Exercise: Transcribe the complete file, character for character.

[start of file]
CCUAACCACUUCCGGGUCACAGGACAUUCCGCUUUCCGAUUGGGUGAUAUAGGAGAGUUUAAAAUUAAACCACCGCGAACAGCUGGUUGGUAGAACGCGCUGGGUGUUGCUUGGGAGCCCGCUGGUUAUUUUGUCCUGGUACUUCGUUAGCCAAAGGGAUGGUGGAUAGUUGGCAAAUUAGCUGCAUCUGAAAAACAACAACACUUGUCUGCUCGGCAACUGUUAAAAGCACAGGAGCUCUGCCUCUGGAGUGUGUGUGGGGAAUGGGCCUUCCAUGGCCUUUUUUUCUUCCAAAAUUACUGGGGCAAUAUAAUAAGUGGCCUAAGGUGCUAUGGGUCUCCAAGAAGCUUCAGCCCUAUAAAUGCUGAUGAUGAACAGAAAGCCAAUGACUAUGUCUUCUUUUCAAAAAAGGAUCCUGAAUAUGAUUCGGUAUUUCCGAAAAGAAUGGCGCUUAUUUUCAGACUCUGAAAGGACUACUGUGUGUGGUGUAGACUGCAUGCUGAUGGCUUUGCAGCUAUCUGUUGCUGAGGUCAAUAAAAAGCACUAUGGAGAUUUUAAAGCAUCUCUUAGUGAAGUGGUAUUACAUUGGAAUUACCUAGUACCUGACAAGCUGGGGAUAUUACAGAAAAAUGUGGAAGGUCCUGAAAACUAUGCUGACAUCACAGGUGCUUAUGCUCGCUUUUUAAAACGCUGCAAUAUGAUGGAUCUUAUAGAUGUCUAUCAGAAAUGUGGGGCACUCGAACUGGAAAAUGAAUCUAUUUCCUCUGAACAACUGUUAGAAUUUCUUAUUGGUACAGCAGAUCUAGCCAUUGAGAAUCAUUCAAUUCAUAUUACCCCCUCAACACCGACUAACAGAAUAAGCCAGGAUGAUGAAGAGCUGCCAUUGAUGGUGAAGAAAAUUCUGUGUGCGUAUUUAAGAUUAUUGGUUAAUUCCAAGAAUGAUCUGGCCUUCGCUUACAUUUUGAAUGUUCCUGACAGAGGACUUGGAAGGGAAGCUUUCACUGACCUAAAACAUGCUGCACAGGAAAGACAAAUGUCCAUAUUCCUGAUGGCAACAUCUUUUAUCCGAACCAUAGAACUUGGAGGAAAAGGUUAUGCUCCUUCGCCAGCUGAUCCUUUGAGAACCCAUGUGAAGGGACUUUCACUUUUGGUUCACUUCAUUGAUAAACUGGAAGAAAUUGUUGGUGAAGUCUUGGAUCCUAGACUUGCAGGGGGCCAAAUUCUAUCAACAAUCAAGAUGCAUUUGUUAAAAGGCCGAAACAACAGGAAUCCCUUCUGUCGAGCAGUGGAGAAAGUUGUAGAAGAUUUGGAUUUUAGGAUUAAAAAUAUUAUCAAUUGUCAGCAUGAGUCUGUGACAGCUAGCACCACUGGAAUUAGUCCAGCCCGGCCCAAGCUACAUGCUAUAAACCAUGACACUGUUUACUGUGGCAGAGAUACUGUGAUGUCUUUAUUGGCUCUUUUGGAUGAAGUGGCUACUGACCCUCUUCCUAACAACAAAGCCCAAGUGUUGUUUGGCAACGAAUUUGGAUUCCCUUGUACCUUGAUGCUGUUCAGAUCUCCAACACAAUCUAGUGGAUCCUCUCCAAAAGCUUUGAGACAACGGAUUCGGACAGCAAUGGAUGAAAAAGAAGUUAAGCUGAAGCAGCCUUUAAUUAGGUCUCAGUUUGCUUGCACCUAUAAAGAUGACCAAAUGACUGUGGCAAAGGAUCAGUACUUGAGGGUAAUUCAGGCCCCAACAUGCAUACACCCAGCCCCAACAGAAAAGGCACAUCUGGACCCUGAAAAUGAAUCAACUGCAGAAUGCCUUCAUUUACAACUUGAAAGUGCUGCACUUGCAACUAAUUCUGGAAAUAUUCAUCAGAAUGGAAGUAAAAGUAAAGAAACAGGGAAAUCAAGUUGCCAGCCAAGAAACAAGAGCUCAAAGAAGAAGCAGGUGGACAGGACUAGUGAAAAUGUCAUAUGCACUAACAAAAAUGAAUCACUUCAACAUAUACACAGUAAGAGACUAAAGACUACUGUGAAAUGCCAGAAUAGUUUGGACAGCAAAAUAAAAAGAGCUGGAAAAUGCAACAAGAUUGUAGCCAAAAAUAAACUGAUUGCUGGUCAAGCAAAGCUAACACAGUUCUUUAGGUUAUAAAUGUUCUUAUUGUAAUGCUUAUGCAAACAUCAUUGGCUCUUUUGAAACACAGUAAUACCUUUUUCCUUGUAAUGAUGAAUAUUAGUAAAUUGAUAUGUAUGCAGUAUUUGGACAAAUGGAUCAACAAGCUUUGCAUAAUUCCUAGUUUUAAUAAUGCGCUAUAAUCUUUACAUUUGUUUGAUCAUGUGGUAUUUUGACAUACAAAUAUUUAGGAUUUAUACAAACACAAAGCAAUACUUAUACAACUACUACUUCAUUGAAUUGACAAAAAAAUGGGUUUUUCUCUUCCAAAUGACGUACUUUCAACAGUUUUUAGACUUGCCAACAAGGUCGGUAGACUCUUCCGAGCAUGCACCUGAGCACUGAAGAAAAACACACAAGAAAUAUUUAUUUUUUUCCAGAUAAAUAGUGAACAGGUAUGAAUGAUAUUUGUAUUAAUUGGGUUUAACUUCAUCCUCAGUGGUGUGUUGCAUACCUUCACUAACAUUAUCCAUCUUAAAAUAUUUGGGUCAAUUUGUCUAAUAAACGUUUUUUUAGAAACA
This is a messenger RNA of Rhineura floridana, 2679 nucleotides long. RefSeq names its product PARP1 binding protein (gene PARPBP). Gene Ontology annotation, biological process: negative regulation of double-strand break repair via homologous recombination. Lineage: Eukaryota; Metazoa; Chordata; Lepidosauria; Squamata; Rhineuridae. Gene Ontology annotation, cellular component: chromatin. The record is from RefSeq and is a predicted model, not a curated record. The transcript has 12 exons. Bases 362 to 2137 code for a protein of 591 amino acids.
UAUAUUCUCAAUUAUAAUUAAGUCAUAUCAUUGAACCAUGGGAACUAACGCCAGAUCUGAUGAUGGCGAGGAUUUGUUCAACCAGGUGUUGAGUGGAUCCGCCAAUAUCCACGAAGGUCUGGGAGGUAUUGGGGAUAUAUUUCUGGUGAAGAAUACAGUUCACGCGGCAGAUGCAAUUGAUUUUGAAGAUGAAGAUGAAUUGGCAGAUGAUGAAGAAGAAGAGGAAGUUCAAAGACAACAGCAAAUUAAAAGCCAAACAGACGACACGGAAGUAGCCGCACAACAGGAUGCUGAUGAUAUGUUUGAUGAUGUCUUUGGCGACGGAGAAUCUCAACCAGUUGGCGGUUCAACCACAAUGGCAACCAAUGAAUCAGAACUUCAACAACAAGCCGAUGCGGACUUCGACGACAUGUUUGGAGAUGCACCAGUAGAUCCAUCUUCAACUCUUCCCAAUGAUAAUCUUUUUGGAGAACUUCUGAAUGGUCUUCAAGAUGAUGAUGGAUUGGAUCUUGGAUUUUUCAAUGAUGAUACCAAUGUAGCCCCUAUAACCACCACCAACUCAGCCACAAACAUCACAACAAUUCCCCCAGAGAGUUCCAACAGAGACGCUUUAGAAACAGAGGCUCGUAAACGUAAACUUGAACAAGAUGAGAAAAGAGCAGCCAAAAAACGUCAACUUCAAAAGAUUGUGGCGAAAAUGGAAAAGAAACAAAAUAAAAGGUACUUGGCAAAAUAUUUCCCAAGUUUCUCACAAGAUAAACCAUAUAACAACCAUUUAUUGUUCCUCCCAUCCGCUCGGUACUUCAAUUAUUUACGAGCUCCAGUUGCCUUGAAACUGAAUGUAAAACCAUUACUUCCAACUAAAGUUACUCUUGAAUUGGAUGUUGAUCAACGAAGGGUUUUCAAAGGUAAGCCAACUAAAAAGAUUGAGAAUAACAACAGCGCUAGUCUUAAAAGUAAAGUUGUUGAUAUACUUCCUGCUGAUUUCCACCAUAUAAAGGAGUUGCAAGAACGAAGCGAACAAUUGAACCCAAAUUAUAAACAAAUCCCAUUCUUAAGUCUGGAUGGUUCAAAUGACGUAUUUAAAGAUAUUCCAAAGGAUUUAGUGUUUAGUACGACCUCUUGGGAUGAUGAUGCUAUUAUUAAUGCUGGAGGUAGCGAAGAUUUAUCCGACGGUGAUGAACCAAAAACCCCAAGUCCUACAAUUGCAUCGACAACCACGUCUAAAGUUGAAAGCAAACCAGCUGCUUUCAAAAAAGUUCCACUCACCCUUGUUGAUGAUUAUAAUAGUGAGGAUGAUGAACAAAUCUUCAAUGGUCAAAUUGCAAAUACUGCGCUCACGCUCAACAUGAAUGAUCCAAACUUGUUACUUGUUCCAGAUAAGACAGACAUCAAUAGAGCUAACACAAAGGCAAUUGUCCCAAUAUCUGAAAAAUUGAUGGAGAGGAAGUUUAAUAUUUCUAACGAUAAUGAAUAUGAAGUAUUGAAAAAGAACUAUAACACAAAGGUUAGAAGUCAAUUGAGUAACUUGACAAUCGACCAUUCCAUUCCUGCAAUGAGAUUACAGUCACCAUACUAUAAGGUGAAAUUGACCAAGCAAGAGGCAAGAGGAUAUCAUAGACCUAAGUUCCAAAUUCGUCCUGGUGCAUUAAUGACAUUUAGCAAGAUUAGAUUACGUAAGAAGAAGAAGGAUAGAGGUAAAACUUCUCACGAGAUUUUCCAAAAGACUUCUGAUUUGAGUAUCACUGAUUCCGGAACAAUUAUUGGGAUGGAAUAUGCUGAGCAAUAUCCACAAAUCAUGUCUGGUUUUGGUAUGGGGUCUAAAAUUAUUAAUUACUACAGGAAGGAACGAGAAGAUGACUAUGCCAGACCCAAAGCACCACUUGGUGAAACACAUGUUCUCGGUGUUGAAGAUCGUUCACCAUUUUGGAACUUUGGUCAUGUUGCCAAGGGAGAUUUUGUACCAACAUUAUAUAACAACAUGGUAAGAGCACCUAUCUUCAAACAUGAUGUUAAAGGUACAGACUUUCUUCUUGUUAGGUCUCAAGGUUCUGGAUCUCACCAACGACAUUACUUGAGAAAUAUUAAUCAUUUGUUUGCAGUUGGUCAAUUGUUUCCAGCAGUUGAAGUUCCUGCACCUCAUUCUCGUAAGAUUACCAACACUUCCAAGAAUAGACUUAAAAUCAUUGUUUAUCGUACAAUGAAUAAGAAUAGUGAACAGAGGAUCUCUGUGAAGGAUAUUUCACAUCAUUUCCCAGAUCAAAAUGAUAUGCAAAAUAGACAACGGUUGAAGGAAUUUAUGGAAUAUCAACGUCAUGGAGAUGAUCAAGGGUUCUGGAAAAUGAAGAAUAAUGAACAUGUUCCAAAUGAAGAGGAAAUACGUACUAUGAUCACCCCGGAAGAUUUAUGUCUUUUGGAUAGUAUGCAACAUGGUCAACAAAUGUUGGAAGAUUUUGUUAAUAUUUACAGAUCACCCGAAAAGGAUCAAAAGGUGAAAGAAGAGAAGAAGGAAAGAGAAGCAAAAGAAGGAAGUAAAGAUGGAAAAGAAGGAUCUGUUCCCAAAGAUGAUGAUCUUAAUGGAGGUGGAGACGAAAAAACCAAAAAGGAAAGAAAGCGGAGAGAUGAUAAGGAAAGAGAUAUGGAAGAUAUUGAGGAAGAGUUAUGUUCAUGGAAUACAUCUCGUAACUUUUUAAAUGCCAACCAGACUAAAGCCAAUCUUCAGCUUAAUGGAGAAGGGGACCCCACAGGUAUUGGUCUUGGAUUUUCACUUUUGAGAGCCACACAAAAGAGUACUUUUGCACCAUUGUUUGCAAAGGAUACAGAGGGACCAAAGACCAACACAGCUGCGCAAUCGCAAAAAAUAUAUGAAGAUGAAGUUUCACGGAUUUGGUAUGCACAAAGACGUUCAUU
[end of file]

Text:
CCUAACCACUUCCGGGUCACAGGACAUUCCGCUUUCCGAUUGGGUGAUAUAGGAGAGUUUAAAAUUAAACCACCGCGAACAGCUGGUUGGUAGAACGCGCUGGGUGUUGCUUGGGAGCCCGCUGGUUAUUUUGUCCUGGUACUUCGUUAGCCAAAGGGAUGGUGGAUAGUUGGCAAAUUAGCUGCAUCUGAAAAACAACAACACUUGUCUGCUCGGCAACUGUUAAAAGCACAGGAGCUCUGCCUCUGGAGUGUGUGUGGGGAAUGGGCCUUCCAUGGCCUUUUUUUCUUCCAAAAUUACUGGGGCAAUAUAAUAAGUGGCCUAAGGUGCUAUGGGUCUCCAAGAAGCUUCAGCCCUAUAAAUGCUGAUGAUGAACAGAAAGCCAAUGACUAUGUCUUCUUUUCAAAAAAGGAUCCUGAAUAUGAUUCGGUAUUUCCGAAAAGAAUGGCGCUUAUUUUCAGACUCUGAAAGGACUACUGUGUGUGGUGUAGACUGCAUGCUGAUGGCUUUGCAGCUAUCUGUUGCUGAGGUCAAUAAAAAGCACUAUGGAGAUUUUAAAGCAUCUCUUAGUGAAGUGGUAUUACAUUGGAAUUACCUAGUACCUGACAAGCUGGGGAUAUUACAGAAAAAUGUGGAAGGUCCUGAAAACUAUGCUGACAUCACAGGUGCUUAUGCUCGCUUUUUAAAACGCUGCAAUAUGAUGGAUCUUAUAGAUGUCUAUCAGAAAUGUGGGGCACUCGAACUGGAAAAUGAAUCUAUUUCCUCUGAACAACUGUUAGAAUUUCUUAUUGGUACAGCAGAUCUAGCCAUUGAGAAUCAUUCAAUUCAUAUUACCCCCUCAACACCGACUAACAGAAUAAGCCAGGAUGAUGAAGAGCUGCCAUUGAUGGUGAAGAAAAUUCUGUGUGCGUAUUUAAGAUUAUUGGUUAAUUCCAAGAAUGAUCUGGCCUUCGCUUACAUUUUGAAUGUUCCUGACAGAGGACUUGGAAGGGAAGCUUUCACUGACCUAAAACAUGCUGCACAGGAAAGACAAAUGUCCAUAUUCCUGAUGGCAACAUCUUUUAUCCGAACCAUAGAACUUGGAGGAAAAGGUUAUGCUCCUUCGCCAGCUGAUCCUUUGAGAACCCAUGUGAAGGGACUUUCACUUUUGGUUCACUUCAUUGAUAAACUGGAAGAAAUUGUUGGUGAAGUCUUGGAUCCUAGACUUGCAGGGGGCCAAAUUCUAUCAACAAUCAAGAUGCAUUUGUUAAAAGGCCGAAACAACAGGAAUCCCUUCUGUCGAGCAGUGGAGAAAGUUGUAGAAGAUUUGGAUUUUAGGAUUAAAAAUAUUAUCAAUUGUCAGCAUGAGUCUGUGACAGCUAGCACCACUGGAAUUAGUCCAGCCCGGCCCAAGCUACAUGCUAUAAACCAUGACACUGUUUACUGUGGCAGAGAUACUGUGAUGUCUUUAUUGGCUCUUUUGGAUGAAGUGGCUACUGACCCUCUUCCUAACAACAAAGCCCAAGUGUUGUUUGGCAACGAAUUUGGAUUCCCUUGUACCUUGAUGCUGUUCAGAUCUCCAACACAAUCUAGUGGAUCCUCUCCAAAAGCUUUGAGACAACGGAUUCGGACAGCAAUGGAUGAAAAAGAAGUUAAGCUGAAGCAGCCUUUAAUUAGGUCUCAGUUUGCUUGCACCUAUAAAGAUGACCAAAUGACUGUGGCAAAGGAUCAGUACUUGAGGGUAAUUCAGGCCCCAACAUGCAUACACCCAGCCCCAACAGAAAAGGCACAUCUGGACCCUGAAAAUGAAUCAACUGCAGAAUGCCUUCAUUUACAACUUGAAAGUGCUGCACUUGCAACUAAUUCUGGAAAUAUUCAUCAGAAUGGAAGUAAAAGUAAAGAAACAGGGAAAUCAAGUUGCCAGCCAAGAAACAAGAGCUCAAAGAAGAAGCAGGUGGACAGGACUAGUGAAAAUGUCAUAUGCACUAACAAAAAUGAAUCACUUCAACAUAUACACAGUAAGAGACUAAAGACUACUGUGAAAUGCCAGAAUAGUUUGGACAGCAAAAUAAAAAGAGCUGGAAAAUGCAACAAGAUUGUAGCCAAAAAUAAACUGAUUGCUGGUCAAGCAAAGCUAACACAGUUCUUUAGGUUAUAAAUGUUCUUAUUGUAAUGCUUAUGCAAACAUCAUUGGCUCUUUUGAAACACAGUAAUACCUUUUUCCUUGUAAUGAUGAAUAUUAGUAAAUUGAUAUGUAUGCAGUAUUUGGACAAAUGGAUCAACAAGCUUUGCAUAAUUCCUAGUUUUAAUAAUGCGCUAUAAUCUUUACAUUUGUUUGAUCAUGUGGUAUUUUGACAUACAAAUAUUUAGGAUUUAUACAAACACAAAGCAAUACUUAUACAACUACUACUUCAUUGAAUUGACAAAAAAAUGGGUUUUUCUCUUCCAAAUGACGUACUUUCAACAGUUUUUAGACUUGCCAACAAGGUCGGUAGACUCUUCCGAGCAUGCACCUGAGCACUGAAGAAAAACACACAAGAAAUAUUUAUUUUUUUCCAGAUAAAUAGUGAACAGGUAUGAAUGAUAUUUGUAUUAAUUGGGUUUAACUUCAUCCUCAGUGGUGUGUUGCAUACCUUCACUAACAUUAUCCAUCUUAAAAUAUUUGGGUCAAUUUGUCUAAUAAACGUUUUUUUAGAAACA
This is a messenger RNA of Rhineura floridana, 2679 nucleotides long. RefSeq names its product PARP1 binding protein (gene PARPBP). Gene Ontology annotation, biological process: negative regulation of double-strand break repair via homologous recombination. Lineage: Eukaryota; Metazoa; Chordata; Lepidosauria; Squamata; Rhineuridae. Gene Ontology annotation, cellular component: chromatin. The record is from RefSeq and is a predicted model, not a curated record. The transcript has 12 exons. Bases 362 to 2137 code for a protein of 591 amino acids.
UAUAUUCUCAAUUAUAAUUAAGUCAUAUCAUUGAACCAUGGGAACUAACGCCAGAUCUGAUGAUGGCGAGGAUUUGUUCAACCAGGUGUUGAGUGGAUCCGCCAAUAUCCACGAAGGUCUGGGAGGUAUUGGGGAUAUAUUUCUGGUGAAGAAUACAGUUCACGCGGCAGAUGCAAUUGAUUUUGAAGAUGAAGAUGAAUUGGCAGAUGAUGAAGAAGAAGAGGAAGUUCAAAGACAACAGCAAAUUAAAAGCCAAACAGACGACACGGAAGUAGCCGCACAACAGGAUGCUGAUGAUAUGUUUGAUGAUGUCUUUGGCGACGGAGAAUCUCAACCAGUUGGCGGUUCAACCACAAUGGCAACCAAUGAAUCAGAACUUCAACAACAAGCCGAUGCGGACUUCGACGACAUGUUUGGAGAUGCACCAGUAGAUCCAUCUUCAACUCUUCCCAAUGAUAAUCUUUUUGGAGAACUUCUGAAUGGUCUUCAAGAUGAUGAUGGAUUGGAUCUUGGAUUUUUCAAUGAUGAUACCAAUGUAGCCCCUAUAACCACCACCAACUCAGCCACAAACAUCACAACAAUUCCCCCAGAGAGUUCCAACAGAGACGCUUUAGAAACAGAGGCUCGUAAACGUAAACUUGAACAAGAUGAGAAAAGAGCAGCCAAAAAACGUCAACUUCAAAAGAUUGUGGCGAAAAUGGAAAAGAAACAAAAUAAAAGGUACUUGGCAAAAUAUUUCCCAAGUUUCUCACAAGAUAAACCAUAUAACAACCAUUUAUUGUUCCUCCCAUCCGCUCGGUACUUCAAUUAUUUACGAGCUCCAGUUGCCUUGAAACUGAAUGUAAAACCAUUACUUCCAACUAAAGUUACUCUUGAAUUGGAUGUUGAUCAACGAAGGGUUUUCAAAGGUAAGCCAACUAAAAAGAUUGAGAAUAACAACAGCGCUAGUCUUAAAAGUAAAGUUGUUGAUAUACUUCCUGCUGAUUUCCACCAUAUAAAGGAGUUGCAAGAACGAAGCGAACAAUUGAACCCAAAUUAUAAACAAAUCCCAUUCUUAAGUCUGGAUGGUUCAAAUGACGUAUUUAAAGAUAUUCCAAAGGAUUUAGUGUUUAGUACGACCUCUUGGGAUGAUGAUGCUAUUAUUAAUGCUGGAGGUAGCGAAGAUUUAUCCGACGGUGAUGAACCAAAAACCCCAAGUCCUACAAUUGCAUCGACAACCACGUCUAAAGUUGAAAGCAAACCAGCUGCUUUCAAAAAAGUUCCACUCACCCUUGUUGAUGAUUAUAAUAGUGAGGAUGAUGAACAAAUCUUCAAUGGUCAAAUUGCAAAUACUGCGCUCACGCUCAACAUGAAUGAUCCAAACUUGUUACUUGUUCCAGAUAAGACAGACAUCAAUAGAGCUAACACAAAGGCAAUUGUCCCAAUAUCUGAAAAAUUGAUGGAGAGGAAGUUUAAUAUUUCUAACGAUAAUGAAUAUGAAGUAUUGAAAAAGAACUAUAACACAAAGGUUAGAAGUCAAUUGAGUAACUUGACAAUCGACCAUUCCAUUCCUGCAAUGAGAUUACAGUCACCAUACUAUAAGGUGAAAUUGACCAAGCAAGAGGCAAGAGGAUAUCAUAGACCUAAGUUCCAAAUUCGUCCUGGUGCAUUAAUGACAUUUAGCAAGAUUAGAUUACGUAAGAAGAAGAAGGAUAGAGGUAAAACUUCUCACGAGAUUUUCCAAAAGACUUCUGAUUUGAGUAUCACUGAUUCCGGAACAAUUAUUGGGAUGGAAUAUGCUGAGCAAUAUCCACAAAUCAUGUCUGGUUUUGGUAUGGGGUCUAAAAUUAUUAAUUACUACAGGAAGGAACGAGAAGAUGACUAUGCCAGACCCAAAGCACCACUUGGUGAAACACAUGUUCUCGGUGUUGAAGAUCGUUCACCAUUUUGGAACUUUGGUCAUGUUGCCAAGGGAGAUUUUGUACCAACAUUAUAUAACAACAUGGUAAGAGCACCUAUCUUCAAACAUGAUGUUAAAGGUACAGACUUUCUUCUUGUUAGGUCUCAAGGUUCUGGAUCUCACCAACGACAUUACUUGAGAAAUAUUAAUCAUUUGUUUGCAGUUGGUCAAUUGUUUCCAGCAGUUGAAGUUCCUGCACCUCAUUCUCGUAAGAUUACCAACACUUCCAAGAAUAGACUUAAAAUCAUUGUUUAUCGUACAAUGAAUAAGAAUAGUGAACAGAGGAUCUCUGUGAAGGAUAUUUCACAUCAUUUCCCAGAUCAAAAUGAUAUGCAAAAUAGACAACGGUUGAAGGAAUUUAUGGAAUAUCAACGUCAUGGAGAUGAUCAAGGGUUCUGGAAAAUGAAGAAUAAUGAACAUGUUCCAAAUGAAGAGGAAAUACGUACUAUGAUCACCCCGGAAGAUUUAUGUCUUUUGGAUAGUAUGCAACAUGGUCAACAAAUGUUGGAAGAUUUUGUUAAUAUUUACAGAUCACCCGAAAAGGAUCAAAAGGUGAAAGAAGAGAAGAAGGAAAGAGAAGCAAAAGAAGGAAGUAAAGAUGGAAAAGAAGGAUCUGUUCCCAAAGAUGAUGAUCUUAAUGGAGGUGGAGACGAAAAAACCAAAAAGGAAAGAAAGCGGAGAGAUGAUAAGGAAAGAGAUAUGGAAGAUAUUGAGGAAGAGUUAUGUUCAUGGAAUACAUCUCGUAACUUUUUAAAUGCCAACCAGACUAAAGCCAAUCUUCAGCUUAAUGGAGAAGGGGACCCCACAGGUAUUGGUCUUGGAUUUUCACUUUUGAGAGCCACACAAAAGAGUACUUUUGCACCAUUGUUUGCAAAGGAUACAGAGGGACCAAAGACCAACACAGCUGCGCAAUCGCAAAAAAUAUAUGAAGAUGAAGUUUCACGGAUUUGGUAUGCACAAAGACGUUCAUU